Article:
California home sales increased 4.7% in November 2009 vs. 2008, and median home prices increased 5.8% in November as well.
This sounds fantastic. The residential housing market in California is getting revved up for a jaw-dropping recovery.
C.A.R. President Steve Goddard:
“Efforts by lenders and the government to assist homeowners at risk of foreclosure have led to fewer homes available for sale, and an increase in the state’s median home price. California’s median home price increased year over year in November for the first time since August 2007."So government and lender actions have restricted market supply ("homes available for sale") in California resulting in "an increase in the state's median home price". So the market has actually not truly corrected itself yet. Without foreclosure moratoriums and government and lender finger fumbling, we might see a different set of circumstances. Higher volume supply of homes for sale and higher pressure to lower prices perhaps?
Mr. Goddard again:
“The extension and expansion of the tax credit until April 30, 2010, along with low interest rates, should continue to positively impact the market in coming months."Is it just me or does it seems like Mr. Goddard and the California realtors he represents generally view a "positive impact" on the housing market in California to include following:
- low interest rates
- low market supply of homes for sale
- high sales prices
- federal tax incentives to encourage people to buy a home now
So I ask you:
Are low interest rates really a good thing?
For the short term home affordability? Maybe. But what happens, my realtor friends, when rates increase and the people who have been encouraged to buy now at $500K and $600K with these low rates decide to or must sell their homes in 2, 3 or 5 years and rates are significantly higher? I don't think they'll share your present views on this subject. The time to buy a home is not when rates are at their lowest, but when rates are at appropriate or even high levels. When rates go up, sale prices (and asking prices) typically must and do decline. When rates are low, sale prices are normally quite high (as they remain to be in Orange County California, for example). If I buy a $550K SF home today at 4.75%, in 5 years when rates are 8% or 9%, if I have to sell, I'm going to be f%$#ed.
Is a low market supply of homes for sale a good thing?
If you like to see high sales prices per home, then of course. This is great news for home sellers. As for potential buyers, well, this is the part where you're told to get in and pay now, miss the train, or piss off.
Are high home sales prices a good thing?
For sellers, definitely. Who doesn't want to sell a $230K piece of shit single family home in Lake Forest, California for $550K or $600K? Most homedebtors who live here already have this expectation. You'd have to be out of your mind not to love such a scenario. But why in the world would realtors be in favor of high home sales prices?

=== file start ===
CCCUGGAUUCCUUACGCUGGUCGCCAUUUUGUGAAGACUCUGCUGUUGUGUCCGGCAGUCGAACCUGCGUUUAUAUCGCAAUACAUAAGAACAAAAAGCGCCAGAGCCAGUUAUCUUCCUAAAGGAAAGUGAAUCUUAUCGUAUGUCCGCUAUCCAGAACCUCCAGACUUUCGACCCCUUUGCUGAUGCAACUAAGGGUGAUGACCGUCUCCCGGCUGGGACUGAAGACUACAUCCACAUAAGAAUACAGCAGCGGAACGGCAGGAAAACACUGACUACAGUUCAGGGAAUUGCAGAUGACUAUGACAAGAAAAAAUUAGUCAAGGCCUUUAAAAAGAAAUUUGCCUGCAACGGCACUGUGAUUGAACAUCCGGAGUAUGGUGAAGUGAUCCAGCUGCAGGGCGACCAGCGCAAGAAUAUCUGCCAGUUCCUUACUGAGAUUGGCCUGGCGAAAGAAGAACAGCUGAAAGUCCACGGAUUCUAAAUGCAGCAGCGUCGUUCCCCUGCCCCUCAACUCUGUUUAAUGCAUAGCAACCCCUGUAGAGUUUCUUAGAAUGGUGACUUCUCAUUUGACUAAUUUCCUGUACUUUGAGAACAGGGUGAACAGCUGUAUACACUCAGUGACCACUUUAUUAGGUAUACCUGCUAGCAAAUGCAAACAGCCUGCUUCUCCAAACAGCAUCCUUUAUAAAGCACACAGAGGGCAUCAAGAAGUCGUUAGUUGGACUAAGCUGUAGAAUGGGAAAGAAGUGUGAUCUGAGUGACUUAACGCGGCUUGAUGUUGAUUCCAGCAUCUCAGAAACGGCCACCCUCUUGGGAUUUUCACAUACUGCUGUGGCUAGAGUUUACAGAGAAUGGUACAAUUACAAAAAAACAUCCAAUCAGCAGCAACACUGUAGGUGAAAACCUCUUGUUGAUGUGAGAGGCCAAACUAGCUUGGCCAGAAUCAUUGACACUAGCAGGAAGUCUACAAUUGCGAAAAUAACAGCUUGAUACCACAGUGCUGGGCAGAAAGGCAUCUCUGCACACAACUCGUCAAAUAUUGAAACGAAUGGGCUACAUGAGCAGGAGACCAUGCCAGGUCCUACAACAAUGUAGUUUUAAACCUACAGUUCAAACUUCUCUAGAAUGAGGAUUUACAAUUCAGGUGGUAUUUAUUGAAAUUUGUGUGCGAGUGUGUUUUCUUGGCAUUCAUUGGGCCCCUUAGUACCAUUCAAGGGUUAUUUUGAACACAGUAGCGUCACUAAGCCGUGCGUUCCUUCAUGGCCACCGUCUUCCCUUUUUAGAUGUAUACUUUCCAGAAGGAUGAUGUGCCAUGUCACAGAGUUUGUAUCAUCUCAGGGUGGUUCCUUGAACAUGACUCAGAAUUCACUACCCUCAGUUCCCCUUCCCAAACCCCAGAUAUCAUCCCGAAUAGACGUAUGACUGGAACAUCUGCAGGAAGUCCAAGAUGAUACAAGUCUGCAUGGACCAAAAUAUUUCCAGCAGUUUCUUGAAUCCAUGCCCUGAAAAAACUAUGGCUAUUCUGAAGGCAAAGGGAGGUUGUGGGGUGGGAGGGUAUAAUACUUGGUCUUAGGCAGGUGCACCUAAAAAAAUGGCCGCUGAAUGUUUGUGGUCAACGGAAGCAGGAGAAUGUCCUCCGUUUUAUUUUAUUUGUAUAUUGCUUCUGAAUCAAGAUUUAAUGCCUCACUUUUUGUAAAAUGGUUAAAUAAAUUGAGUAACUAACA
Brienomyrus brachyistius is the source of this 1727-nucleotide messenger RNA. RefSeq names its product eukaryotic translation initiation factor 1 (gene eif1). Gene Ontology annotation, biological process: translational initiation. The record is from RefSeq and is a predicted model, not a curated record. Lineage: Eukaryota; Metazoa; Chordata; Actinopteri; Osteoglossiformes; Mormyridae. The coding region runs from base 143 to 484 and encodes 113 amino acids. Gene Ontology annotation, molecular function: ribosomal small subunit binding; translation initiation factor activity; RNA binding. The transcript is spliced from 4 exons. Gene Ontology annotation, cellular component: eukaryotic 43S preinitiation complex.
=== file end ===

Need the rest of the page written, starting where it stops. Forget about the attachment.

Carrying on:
Gee, I wonder.
Are federal tax incentives to encourage people to buy now a good thing?
Government intervention certainly has it's place in both micro- and macroeconomic market scenarios. It can be a highly effective catalyst for stabilization and regulation, leading to economic recovery of either ailing and devasted (past tense) markets. The residential housing market has almost been reduced to ash in California. In some parts of the state (you know, since Real Estate is LOCAL!!), there is more incineration in store (in places such as Orange County once the tens of thousands of Alt-A and Option ARM mortgages come tap, tap, tapping at our tax-paying, chamber doors). Realtors want the government to provide the market these incentives to keep the market on life support, because if the government doesn't to this, then realtors either get lower sales commissions (from lower market sale prices per unit sold) or won't get paid at all (from far fewer home sales and transactions). I not only think this is a morally wrong position for realtors to take (as government incentives cost everyone a lot of tax dollars). It's economically unsupportable as well.
The housing market in California has been made sick by a combination of irrational exhuberance, irresponsible lending, irresponsible sales tactics, and irresponsible borrowing. What the residential real estate market in California really needs to do is take a freaking bath. First in its own blood, then in lye.
Government incentives should be withdrawn completely. $8,000 is a ridiculously small amount of money for California anyway. No more moratoriums and price baiting would spur a different market response. The supply of homes in the market would likely increase, the sales prices would decline for a time, but you would have higher affordability, good competitive bidding and more stable single family home prices over a longer term. Plus, the market would correct itself a lot faster. This would be a good thing for sellers, buyers and realtors alike - but over the longer term.
On the face of it, it just seems to me like the majority of people in the Real Estate industry have not accepted reality. They desperately want the market circumstances of 2004 and 2005 to somehow return on a white horse with wings, and the believe the government is the friend that's going to take them there.
If I were a realtor or a homedebtor today, then I can certainly understand this rather self-centered and rather delusional thinking.
As a renter, I'm going to wait a few more months. There's just way too much sewage upriver (toxic loans that will foreclose) that the CAR and its members are apparently unwilling to table and discuss openly with prospective buyers like me.